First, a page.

Mum’s Gone To... blogger TRISH BURGESS remembers Stephen Hawking - and her late father, a fellow MND sufferer
Remember to look up at the stars and not down at your feet. Try to make sense of what you see and wonder about what makes the universe exist. Be curious. And however difficult life may seem, there is always something you can do and succeed at. It matters that you don’t just give up.”
This quote from Professor Stephen Hawking was the first thing I read on the morning I learned the eminent theoretical physicist had died.
Whilst many people were inspired by his academic work, battling their way through his bestselling book, A Brief History of Time, for me it was his attitude towards his disability which had the most impact on my life.
In 1994, my father was diagnosed with Motor Neurone Disease (MND) and, like Hawking, was told he probably only had a couple of years to live. My dad was about to turn 60, looking forward to his retirement. It was a huge blow.
My dad, however, had a positive outlook. With my mum’s incredible support, he remained upbeat, despite the disease gradually taking away his independence.
He looked to Stephen Hawking, a fellow sufferer, and took solace from the fact that here was a man who was able to accomplish so much, adapting his life as MND stripped each muscle of its power.
There was an affinity with Professor Hawking. They were both educated at Cambridge University, Hawking as a post-graduate. If Hawking could write books about the universe and communicate with his synthesised voice, then maybe my dad could tackle his own limitations with similar tenacity.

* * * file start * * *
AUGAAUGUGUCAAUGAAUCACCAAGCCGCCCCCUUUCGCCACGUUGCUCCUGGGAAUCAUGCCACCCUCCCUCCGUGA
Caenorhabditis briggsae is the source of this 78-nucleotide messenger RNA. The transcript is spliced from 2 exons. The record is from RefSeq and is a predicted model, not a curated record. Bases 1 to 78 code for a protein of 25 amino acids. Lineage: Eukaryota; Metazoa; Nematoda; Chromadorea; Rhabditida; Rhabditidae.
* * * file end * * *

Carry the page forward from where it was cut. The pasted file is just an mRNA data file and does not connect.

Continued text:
It was art that became my dad’s saviour. An architect by profession, he began to draw for pleasure. He produced the most intricate artwork, using pen and ink, charcoal and watercolours. I have a treasured charcoal composition of Emmanuel College, the institution where my father studied and where I followed in his footsteps 30 years later.
As his fingers became weaker, it became harder for my dad to hold a brush or a pen. He would support his right hand with his left and Mum would help him to dip the brush into the paints.
Every Wednesday, my dad would attend St Oswald’s Hospice in Newcastle for respite care. Here he encouraged other patients to draw and paint, taking the role of teacher and inspiring them to create beautiful artwork.
Unlike most patients diagnosed with MND, my father, like Hawking, defied the odds and lived longer than expected. He died in 2011, aged 76, the same age that Stephen Hawking also succumbed to the disease.
Hawking once said: “My advice to other disabled people would be, concentrate on things your disability doesn’t prevent you doing well, and don’t regret the things it interferes with. Don’t be disabled in spirit, as well as physically.”
Whilst the world thanks Professor Hawking for his contribution to our knowledge of the universe, I express my gratitude to him for being a beacon of hope for my father.
You can read Trish’s blog at www.mumsgoneto.co.uk